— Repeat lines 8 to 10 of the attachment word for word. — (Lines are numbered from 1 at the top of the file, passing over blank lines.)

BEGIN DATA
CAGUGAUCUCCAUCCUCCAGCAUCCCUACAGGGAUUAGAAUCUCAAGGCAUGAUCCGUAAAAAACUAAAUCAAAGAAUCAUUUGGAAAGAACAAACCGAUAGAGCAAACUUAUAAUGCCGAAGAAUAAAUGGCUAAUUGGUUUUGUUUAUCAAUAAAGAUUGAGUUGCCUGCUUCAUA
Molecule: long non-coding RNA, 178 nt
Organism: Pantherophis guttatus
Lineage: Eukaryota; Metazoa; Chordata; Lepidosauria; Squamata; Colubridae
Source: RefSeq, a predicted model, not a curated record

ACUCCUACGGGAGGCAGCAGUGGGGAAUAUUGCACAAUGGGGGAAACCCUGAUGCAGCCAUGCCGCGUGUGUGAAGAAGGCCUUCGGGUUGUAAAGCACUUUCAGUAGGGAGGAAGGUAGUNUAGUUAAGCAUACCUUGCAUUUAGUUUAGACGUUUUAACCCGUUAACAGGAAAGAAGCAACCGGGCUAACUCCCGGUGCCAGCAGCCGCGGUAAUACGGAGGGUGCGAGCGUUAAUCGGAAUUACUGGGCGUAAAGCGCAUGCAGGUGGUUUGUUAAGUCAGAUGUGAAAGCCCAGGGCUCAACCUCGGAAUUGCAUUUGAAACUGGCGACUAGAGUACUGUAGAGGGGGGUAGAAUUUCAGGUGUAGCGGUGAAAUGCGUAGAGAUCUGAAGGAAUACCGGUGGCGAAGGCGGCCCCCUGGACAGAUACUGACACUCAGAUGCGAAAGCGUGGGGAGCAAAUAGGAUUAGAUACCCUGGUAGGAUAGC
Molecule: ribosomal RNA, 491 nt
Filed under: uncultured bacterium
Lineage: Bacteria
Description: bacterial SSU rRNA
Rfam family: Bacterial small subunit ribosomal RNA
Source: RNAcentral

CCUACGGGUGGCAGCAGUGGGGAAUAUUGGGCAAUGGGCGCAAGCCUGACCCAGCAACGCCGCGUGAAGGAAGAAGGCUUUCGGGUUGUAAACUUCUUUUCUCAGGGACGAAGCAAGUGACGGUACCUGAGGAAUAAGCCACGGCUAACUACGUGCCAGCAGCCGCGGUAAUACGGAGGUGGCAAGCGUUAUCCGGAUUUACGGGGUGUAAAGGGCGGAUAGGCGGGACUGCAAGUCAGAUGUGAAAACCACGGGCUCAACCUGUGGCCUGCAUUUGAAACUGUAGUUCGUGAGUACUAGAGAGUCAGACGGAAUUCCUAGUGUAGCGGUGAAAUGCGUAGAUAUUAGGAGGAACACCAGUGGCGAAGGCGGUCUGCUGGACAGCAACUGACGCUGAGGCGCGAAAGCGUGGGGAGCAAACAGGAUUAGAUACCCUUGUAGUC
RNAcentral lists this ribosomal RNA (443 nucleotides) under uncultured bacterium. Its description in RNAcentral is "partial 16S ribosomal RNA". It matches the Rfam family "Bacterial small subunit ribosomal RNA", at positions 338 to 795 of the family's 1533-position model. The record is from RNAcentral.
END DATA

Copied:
Filed under: uncultured bacterium
Lineage: Bacteria
Description: bacterial SSU rRNA